The study, Effects of a Workplace Intervention on Parent–Child Relationships published in Journal of Child and Family Studies by Work, Family & Health Network researchers, evaluates the impact on parent-adolescent relationships of a workplace intervention aimed at boosting employees' schedule control and supervisor support for personal and family life.
The results of a flagship WFHN study published in Pediatrics indicate that working mothers who, as part of the WFHN intervention, had supervisors that were trained to be more supportive of their employees' personal and family lives and schedule control, were spending approximately 40 minutes more per day with their daughters 12 months after the intervention.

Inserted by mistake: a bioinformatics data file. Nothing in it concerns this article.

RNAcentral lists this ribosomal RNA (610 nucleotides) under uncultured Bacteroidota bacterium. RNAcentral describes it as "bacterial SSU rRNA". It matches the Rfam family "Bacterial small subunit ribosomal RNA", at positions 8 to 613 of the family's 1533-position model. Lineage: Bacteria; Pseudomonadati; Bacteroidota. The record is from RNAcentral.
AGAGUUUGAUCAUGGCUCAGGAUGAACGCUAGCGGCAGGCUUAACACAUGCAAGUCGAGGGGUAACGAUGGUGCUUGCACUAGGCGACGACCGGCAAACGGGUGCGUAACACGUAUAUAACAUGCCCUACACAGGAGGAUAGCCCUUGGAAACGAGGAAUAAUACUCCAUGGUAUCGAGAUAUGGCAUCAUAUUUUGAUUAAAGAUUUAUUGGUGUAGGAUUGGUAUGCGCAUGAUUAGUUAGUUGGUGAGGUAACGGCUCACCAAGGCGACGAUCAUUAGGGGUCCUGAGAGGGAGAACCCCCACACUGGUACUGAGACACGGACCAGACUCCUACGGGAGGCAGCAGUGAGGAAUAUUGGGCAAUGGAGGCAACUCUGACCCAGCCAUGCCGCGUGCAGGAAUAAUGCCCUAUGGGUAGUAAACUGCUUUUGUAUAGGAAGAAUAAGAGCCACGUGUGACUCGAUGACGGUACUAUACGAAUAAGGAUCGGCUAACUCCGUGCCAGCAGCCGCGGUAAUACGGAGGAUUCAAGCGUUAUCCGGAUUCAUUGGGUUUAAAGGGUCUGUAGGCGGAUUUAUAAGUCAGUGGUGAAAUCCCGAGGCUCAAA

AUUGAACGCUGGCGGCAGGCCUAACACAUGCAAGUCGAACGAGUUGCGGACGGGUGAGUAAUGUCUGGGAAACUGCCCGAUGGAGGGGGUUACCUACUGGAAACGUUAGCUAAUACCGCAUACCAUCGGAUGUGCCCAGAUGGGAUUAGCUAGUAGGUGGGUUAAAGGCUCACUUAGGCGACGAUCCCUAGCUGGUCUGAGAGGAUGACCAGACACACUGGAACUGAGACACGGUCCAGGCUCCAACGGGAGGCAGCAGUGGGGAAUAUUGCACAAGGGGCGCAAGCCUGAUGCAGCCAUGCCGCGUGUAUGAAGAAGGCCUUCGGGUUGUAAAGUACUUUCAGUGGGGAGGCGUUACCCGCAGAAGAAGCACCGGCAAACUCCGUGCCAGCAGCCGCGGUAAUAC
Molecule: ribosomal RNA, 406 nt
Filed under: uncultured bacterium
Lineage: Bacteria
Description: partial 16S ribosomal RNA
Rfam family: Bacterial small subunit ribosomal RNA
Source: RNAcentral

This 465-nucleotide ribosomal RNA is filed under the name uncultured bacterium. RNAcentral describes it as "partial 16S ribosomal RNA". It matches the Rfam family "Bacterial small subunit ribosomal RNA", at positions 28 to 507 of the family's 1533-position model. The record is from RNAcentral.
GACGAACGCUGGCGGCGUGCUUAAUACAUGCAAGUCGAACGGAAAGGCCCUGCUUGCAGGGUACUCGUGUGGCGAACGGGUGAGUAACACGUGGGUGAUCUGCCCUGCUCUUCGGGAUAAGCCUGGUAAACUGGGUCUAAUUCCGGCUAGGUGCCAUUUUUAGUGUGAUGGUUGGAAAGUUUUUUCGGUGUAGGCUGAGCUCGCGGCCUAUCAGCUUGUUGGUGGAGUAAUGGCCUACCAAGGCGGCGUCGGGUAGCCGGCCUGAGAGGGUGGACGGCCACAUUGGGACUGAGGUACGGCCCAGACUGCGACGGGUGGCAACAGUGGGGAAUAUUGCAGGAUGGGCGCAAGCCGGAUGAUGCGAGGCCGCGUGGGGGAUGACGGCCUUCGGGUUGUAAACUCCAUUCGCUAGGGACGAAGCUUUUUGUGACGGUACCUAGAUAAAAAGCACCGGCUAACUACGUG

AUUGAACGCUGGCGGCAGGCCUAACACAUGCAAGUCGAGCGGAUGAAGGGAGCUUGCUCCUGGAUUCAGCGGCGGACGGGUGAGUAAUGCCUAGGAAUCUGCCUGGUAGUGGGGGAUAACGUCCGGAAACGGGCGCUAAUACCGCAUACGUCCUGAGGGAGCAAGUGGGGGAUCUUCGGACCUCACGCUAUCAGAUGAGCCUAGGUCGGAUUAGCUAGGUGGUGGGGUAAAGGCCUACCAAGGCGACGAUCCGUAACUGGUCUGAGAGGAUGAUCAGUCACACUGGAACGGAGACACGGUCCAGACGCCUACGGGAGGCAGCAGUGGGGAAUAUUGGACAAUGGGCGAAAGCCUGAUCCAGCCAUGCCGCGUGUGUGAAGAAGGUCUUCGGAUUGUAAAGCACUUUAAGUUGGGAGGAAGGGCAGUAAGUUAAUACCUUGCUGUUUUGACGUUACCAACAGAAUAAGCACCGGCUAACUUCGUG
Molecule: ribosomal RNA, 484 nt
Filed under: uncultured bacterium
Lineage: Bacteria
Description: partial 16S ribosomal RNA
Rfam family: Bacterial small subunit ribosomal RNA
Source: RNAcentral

A recent WFHN study that found that workers who had more control over their schedules (thanks to managers that were trained to be more supportive of work-life balance) slept an average of one additional hour per week, has received press in the Huffington Post.
A study by WFHN researchers that explores work-to-family conflict in the context of both individual- and team-level work conditions has been published as a chapter in the book series Research in the Sociology of Work. Authors of the study include Network researchers Phyllis Moen, Anne Kaduk, Ellen Ernst Kossek, Leslie Hammer, Orfeu M. Buxton, Emily O’Donnell, David Almeida, Kimberly Fox, Eric Tranby, J. Michael Oakes, and Lynne Casper.